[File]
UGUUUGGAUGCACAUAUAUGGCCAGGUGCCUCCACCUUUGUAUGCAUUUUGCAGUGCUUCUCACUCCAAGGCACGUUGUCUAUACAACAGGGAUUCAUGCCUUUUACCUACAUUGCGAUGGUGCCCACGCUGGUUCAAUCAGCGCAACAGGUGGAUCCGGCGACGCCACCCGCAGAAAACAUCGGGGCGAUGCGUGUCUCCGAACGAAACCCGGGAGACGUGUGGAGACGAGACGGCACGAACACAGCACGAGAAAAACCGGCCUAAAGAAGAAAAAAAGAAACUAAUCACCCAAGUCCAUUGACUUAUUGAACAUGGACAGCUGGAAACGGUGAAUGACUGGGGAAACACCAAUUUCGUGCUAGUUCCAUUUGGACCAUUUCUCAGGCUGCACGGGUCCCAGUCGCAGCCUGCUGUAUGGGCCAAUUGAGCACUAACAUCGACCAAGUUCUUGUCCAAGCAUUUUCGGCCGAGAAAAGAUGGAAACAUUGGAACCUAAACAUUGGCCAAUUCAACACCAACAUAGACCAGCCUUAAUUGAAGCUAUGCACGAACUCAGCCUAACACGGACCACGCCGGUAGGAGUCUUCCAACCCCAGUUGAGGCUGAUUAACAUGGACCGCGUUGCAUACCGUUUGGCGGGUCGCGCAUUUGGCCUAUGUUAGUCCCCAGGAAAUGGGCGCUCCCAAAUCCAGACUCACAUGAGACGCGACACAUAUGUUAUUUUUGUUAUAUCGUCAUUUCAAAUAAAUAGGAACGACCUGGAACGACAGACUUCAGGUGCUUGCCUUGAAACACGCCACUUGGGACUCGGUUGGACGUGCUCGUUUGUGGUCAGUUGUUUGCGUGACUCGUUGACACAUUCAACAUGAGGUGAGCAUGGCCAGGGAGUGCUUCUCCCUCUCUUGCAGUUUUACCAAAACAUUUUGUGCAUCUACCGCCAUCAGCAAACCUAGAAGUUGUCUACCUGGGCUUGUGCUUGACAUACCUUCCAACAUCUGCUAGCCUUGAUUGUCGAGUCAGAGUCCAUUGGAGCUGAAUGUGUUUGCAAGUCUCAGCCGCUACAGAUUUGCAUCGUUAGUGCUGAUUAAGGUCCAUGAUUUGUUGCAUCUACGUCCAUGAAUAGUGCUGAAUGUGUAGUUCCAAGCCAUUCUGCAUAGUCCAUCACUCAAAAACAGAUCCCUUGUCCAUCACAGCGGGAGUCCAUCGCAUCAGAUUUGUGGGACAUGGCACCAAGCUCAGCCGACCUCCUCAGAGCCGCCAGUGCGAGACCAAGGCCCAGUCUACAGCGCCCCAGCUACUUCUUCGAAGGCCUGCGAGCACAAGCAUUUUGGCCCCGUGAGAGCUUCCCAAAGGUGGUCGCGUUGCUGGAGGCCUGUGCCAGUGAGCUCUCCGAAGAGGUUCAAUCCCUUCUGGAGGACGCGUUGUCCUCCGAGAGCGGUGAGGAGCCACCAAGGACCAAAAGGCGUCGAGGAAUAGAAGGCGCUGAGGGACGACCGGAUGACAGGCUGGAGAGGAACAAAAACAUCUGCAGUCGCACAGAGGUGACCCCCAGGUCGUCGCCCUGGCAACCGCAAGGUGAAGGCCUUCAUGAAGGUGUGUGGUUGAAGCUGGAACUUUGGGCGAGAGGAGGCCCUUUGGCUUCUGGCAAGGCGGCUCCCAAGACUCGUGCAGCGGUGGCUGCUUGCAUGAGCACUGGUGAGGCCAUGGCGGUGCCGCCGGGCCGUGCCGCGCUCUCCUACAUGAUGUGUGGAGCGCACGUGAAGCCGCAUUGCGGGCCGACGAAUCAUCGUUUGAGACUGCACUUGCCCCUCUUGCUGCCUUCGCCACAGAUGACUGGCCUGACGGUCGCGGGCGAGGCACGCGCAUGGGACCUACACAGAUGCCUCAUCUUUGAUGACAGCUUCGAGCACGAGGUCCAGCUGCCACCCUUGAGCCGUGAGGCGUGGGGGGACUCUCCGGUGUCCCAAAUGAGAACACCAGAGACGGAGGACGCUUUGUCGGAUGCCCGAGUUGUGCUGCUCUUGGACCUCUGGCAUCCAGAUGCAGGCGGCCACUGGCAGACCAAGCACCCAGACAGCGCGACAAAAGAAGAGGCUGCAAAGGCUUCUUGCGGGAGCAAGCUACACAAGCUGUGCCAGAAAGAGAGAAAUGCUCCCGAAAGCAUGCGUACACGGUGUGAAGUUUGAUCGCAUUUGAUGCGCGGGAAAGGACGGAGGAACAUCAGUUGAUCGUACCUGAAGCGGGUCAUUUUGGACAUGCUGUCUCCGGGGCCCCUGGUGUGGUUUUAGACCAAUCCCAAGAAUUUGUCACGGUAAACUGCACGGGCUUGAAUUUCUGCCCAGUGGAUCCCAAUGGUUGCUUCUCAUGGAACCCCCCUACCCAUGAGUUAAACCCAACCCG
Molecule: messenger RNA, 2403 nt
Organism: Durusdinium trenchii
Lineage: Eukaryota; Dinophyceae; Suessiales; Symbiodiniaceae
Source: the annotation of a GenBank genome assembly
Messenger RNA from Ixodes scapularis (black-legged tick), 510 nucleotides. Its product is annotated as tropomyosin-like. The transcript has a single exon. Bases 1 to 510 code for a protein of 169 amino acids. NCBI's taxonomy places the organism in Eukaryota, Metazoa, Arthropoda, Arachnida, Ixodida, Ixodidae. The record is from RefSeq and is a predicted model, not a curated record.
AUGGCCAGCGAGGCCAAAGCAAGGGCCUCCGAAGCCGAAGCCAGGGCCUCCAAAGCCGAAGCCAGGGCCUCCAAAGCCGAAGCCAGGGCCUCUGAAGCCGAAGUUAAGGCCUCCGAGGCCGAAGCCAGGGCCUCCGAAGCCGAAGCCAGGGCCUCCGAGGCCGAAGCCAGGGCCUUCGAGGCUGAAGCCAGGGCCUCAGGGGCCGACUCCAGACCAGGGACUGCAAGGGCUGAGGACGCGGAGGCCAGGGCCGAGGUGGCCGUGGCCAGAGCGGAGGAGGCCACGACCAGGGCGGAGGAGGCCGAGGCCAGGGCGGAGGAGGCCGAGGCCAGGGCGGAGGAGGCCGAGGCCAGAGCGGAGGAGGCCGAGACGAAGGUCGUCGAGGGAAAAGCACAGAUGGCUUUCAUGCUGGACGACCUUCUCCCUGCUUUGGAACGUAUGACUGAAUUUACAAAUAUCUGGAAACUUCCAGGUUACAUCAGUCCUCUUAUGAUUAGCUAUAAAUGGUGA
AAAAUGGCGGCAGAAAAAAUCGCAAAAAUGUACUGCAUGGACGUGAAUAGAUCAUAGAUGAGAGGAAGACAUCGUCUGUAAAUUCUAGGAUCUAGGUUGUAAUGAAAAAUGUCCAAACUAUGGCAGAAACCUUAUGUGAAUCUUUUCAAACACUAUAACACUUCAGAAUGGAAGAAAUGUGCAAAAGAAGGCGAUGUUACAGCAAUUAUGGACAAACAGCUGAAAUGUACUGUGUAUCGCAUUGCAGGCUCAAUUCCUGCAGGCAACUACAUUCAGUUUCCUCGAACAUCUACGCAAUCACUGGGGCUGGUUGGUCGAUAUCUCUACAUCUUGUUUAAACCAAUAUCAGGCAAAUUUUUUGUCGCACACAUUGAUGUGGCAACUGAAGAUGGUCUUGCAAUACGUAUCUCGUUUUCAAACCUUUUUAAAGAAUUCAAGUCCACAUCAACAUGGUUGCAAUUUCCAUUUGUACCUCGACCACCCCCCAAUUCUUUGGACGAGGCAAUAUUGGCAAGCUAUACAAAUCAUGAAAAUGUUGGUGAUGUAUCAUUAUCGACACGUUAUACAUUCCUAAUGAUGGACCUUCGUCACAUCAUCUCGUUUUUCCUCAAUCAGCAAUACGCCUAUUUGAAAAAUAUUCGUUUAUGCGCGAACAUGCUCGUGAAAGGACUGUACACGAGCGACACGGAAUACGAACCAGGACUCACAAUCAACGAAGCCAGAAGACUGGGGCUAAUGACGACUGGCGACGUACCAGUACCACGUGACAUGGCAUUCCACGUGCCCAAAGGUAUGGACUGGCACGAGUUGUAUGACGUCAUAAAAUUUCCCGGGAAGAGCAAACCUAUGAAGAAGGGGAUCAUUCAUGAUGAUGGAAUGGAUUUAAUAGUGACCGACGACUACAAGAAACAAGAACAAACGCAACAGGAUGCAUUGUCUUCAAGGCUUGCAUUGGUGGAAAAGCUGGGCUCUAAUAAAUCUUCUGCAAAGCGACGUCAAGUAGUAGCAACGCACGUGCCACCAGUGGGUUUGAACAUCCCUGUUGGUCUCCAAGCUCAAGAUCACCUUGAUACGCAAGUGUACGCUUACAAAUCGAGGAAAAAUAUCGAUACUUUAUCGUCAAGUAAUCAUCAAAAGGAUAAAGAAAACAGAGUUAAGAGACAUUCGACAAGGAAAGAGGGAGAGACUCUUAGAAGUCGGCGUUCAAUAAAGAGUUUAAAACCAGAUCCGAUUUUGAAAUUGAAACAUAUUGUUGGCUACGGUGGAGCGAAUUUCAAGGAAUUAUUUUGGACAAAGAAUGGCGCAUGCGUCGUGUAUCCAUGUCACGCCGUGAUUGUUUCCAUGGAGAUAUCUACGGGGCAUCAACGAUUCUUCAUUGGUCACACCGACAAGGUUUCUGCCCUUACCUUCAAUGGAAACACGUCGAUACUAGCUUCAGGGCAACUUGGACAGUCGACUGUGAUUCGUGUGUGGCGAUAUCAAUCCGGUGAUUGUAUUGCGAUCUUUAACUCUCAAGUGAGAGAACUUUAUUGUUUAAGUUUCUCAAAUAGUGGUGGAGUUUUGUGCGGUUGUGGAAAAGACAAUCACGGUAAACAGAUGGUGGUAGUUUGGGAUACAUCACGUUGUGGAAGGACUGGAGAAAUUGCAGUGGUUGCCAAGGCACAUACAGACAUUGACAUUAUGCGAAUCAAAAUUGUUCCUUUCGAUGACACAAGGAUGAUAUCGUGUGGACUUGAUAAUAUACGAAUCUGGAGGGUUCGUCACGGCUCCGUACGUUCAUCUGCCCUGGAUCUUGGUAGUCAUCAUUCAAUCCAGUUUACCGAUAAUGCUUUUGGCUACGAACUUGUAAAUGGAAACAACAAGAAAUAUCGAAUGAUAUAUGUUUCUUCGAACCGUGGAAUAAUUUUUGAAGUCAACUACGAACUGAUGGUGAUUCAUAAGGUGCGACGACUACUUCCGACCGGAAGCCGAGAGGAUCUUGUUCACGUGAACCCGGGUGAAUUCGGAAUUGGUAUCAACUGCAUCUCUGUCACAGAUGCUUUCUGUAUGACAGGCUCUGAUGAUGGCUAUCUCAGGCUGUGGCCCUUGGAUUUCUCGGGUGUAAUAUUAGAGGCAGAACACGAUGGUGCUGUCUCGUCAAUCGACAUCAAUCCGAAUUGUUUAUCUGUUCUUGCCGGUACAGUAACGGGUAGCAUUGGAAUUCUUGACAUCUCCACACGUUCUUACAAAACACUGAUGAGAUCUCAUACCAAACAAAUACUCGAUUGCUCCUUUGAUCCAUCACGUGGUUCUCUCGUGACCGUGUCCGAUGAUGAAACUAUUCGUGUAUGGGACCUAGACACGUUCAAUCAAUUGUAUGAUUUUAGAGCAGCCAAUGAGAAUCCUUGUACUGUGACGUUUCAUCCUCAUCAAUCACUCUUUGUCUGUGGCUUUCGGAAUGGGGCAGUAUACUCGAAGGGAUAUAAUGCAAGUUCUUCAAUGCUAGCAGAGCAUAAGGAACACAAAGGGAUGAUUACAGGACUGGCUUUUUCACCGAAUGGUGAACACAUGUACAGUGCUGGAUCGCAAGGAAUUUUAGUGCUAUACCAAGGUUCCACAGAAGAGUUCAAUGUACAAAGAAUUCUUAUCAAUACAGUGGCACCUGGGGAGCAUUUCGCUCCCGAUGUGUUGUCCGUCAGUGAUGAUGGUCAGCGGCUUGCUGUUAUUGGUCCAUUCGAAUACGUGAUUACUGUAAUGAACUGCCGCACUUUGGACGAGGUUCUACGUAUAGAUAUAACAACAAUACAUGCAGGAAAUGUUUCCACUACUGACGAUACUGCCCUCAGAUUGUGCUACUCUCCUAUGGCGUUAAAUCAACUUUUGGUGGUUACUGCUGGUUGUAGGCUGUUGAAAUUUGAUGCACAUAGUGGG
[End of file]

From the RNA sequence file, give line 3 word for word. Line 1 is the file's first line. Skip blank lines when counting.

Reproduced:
Organism: Durusdinium trenchii